How to Draw a Bunny
The Ray Johnson Story
(Boston Museum of Fine Arts – April 2, 2004)
by Matthew Robinson
The late Ray Johnson has been hailed as New York’s most famous unknown artist. A friend and colleague of Andy Warhol, John Cage, Jasper Johns, and many others, Johnson died mysteriously, both in form and function. Despite his years of “correspondence” with hundreds of willing and unsuspecting cohorts, Johnson died as distant from and unknown to many as he ends up being to those who view this intricate and mystifying film.
Directed by John Walter and produced by John Malkovich’s company, Mr. Mudd, this film is as enigmatic and benignly unsettling as its creators. Propelled by the intermittent snare slaps of Max Roach (who is also never fully revealed throughout the film), this mysterious tale of a subversive subterranean hero moves along at a quick-cut clip of intertwined interviews and portraits of an artist as a young and not-so-young man. And though the interview subjects range from long-time lovers to the local postman, nobody seems able to put their finger on this prolific performer.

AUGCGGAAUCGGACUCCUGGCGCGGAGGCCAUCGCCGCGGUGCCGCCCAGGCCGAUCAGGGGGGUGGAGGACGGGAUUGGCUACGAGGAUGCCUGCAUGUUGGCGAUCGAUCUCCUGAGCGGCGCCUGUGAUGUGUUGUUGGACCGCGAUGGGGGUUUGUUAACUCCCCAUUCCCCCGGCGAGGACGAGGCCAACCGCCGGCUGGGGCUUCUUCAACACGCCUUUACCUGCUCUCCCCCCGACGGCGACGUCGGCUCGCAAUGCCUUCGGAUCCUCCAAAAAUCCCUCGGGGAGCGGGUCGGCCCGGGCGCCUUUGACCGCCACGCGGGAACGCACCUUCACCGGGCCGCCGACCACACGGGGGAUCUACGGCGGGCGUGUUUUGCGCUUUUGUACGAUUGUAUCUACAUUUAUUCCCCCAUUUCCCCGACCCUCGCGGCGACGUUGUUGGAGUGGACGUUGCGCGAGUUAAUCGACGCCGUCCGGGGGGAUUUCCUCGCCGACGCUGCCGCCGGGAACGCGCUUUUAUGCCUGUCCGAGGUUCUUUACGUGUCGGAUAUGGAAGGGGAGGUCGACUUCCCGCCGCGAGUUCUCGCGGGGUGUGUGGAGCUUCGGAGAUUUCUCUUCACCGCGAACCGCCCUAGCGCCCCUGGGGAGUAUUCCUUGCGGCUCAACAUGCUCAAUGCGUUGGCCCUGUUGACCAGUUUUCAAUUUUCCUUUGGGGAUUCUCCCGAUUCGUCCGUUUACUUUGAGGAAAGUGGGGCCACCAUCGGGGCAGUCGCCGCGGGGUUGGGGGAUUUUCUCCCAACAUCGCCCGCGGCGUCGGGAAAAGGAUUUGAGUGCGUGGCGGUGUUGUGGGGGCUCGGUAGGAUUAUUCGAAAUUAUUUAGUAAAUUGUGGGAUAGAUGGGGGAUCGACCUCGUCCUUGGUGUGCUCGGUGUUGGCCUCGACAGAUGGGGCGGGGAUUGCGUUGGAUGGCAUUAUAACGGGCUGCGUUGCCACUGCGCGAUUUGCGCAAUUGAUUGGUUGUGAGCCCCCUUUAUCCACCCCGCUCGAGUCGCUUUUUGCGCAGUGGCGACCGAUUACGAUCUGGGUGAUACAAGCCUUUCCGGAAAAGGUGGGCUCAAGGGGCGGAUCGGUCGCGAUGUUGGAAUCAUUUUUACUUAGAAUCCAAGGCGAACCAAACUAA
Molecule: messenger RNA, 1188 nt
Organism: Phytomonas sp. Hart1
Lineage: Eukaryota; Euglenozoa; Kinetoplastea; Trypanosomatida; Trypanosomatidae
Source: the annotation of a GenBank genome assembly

Nor do they seem able to advise how to create the titular character that, for reasons unexplained, became Johnson’s signature and creative calling card. Making a great deal out of Johnson’s “Nothing” and posing more questions than it answers, “How to Draw a Bunny” is an intriguing and provocative perspective on one man’s confluence of communication, commerce, correspondence, and confusion.
© 2004, M. S. Robinson, ARR